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2016 Halo Report: $3.5B invested, pre-money valuations down, syndicated deals up, inclusion is a work in progress

May 04, 2017

In collaboration with the Angel Capital Association and Pitchbook, the Angel Resource Institute (ARI) released its 2016 Annual Halo Report, which highlights several trends including a decrease in median pre-money valuation from 2015; an increase in the number of syndicated deals; and, data revealing the lack of angel investments in both female- and minority-led startups. ARI also found that convertible notes are becoming increasingly popular among angel investors for first-time investments in a company. In Texas, nearly 60 percent of all deals included a convertible note with many other regions/states reporting over 35 percent of deals including a convertible note.

The report includes data from 2,751 deals and over $3.5 billion invested in total rounds including co-investors. ARI, however, excluded deals with first-time investment rounds greater than $5 million to avoid skewing the data.


In 2016, the median pre-money valuation was approximately $3.7 million down from $4.6 million in 2015 – a 19.6 percent decrease. Since 2012, however, the median pre-money valuation has increased by 48 percent – up from $2.5 million. ARI finds the median funding round size was $950,000 with a median angel group investment of $127,000. ARI also found that the majority of deals (50.4 percent) were follow-on funding rounds to portfolio companies.


While the median round size was $950,000, the median angel group investment was $127,000 indicating that there is a continuing trend of angel groups focusing on syndicating deals – an angel group partnering with other angel groups and/or venture funds, family offices, individual investors, and other platforms – to fund a deal. ARI researchers highlight this as an example of angel groups trying to reduce risk by reducing their exposure in one company as well as diversifying their portfolio of companies.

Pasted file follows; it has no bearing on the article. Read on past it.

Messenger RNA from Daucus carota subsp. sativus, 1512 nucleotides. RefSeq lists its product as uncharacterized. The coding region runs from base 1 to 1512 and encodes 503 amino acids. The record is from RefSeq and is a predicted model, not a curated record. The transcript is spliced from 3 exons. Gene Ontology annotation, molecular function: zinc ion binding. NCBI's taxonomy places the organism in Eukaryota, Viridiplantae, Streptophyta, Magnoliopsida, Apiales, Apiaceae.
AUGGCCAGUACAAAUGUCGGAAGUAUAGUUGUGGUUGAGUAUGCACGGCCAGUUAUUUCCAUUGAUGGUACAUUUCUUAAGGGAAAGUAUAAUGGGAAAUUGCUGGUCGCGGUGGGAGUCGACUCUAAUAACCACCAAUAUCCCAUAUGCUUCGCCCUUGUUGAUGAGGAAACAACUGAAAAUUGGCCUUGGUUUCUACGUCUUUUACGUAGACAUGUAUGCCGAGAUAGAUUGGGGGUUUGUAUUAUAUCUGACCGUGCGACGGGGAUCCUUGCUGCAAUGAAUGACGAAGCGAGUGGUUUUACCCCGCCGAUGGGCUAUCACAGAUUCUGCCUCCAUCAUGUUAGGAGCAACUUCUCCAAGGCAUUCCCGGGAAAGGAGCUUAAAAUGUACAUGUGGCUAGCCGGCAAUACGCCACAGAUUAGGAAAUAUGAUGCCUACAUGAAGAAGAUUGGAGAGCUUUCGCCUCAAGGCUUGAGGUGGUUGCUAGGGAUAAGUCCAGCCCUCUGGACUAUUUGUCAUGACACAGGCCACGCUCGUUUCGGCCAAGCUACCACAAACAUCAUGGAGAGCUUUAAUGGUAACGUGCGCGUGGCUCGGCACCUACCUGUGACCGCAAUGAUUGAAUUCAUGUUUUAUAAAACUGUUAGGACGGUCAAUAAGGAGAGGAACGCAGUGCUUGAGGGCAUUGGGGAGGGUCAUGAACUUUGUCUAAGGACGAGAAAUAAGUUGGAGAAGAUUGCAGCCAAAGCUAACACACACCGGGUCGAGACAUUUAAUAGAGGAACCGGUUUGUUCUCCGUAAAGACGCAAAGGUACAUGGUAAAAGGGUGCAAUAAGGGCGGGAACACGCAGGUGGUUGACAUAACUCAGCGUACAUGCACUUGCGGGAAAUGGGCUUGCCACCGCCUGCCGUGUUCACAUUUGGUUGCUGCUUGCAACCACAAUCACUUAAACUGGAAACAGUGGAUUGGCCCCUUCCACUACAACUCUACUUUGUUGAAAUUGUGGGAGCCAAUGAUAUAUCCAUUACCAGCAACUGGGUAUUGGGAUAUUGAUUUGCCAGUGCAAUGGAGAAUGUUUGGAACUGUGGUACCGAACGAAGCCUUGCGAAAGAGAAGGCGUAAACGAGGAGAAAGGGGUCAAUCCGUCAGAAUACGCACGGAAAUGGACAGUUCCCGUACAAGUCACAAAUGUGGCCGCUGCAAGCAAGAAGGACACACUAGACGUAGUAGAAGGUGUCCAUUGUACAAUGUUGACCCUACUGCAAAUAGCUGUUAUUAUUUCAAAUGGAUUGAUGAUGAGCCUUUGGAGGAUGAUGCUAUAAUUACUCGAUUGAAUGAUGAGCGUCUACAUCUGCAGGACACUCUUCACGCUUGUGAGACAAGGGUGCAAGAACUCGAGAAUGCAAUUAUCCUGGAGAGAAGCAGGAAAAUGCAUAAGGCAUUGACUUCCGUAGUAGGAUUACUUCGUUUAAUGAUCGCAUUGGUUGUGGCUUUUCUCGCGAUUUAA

After analyzing 2,382 deals where the gender and race of the founder was verified, ARI researchers found a lack of diversity in angel capital deals, revealing that:

  • 26 percent of deals were with companies led or founded by a minority male entrepreneur;
  • 13 percent of deals were with companies led or founded by a white female entrepreneur; and,
  • 3 percent of deals were with companies led or founded by a minority female entrepreneur.

ARI, however, found an encouraging result that pre-money valuation ($3.6 million) and round size of companies ($1 million) led by minority and female entrepreneurs were nearly identical to the national median for all angel deals.

Regional/state profiles

Similar to other findings within the venture capital industry, the 2016 Halo Report finds that a disproportionate amount of capital still flows to California with nearly 30 percent of all angel-capital deals going to companies headquartered in the state. In addition to the California profile, the report also includes profiles for seven regions and two states – New York and Texas. They include information on most active angel groups, deal structures, regional industries, valuation and investments sizes, and deals in regions.

The region with the highest percentage of deals funded by local angel groups was the Northeast region (Maine, Massachusetts, New Hampshire, Rhode Island, and Vermont) with nearly 93 percent of deals in the region funded by angel investor groups based in the region. In other regions, the percentage of deals funded by angel investor groups based in the region ranged between 58 percent and 82 percent. 

angel capital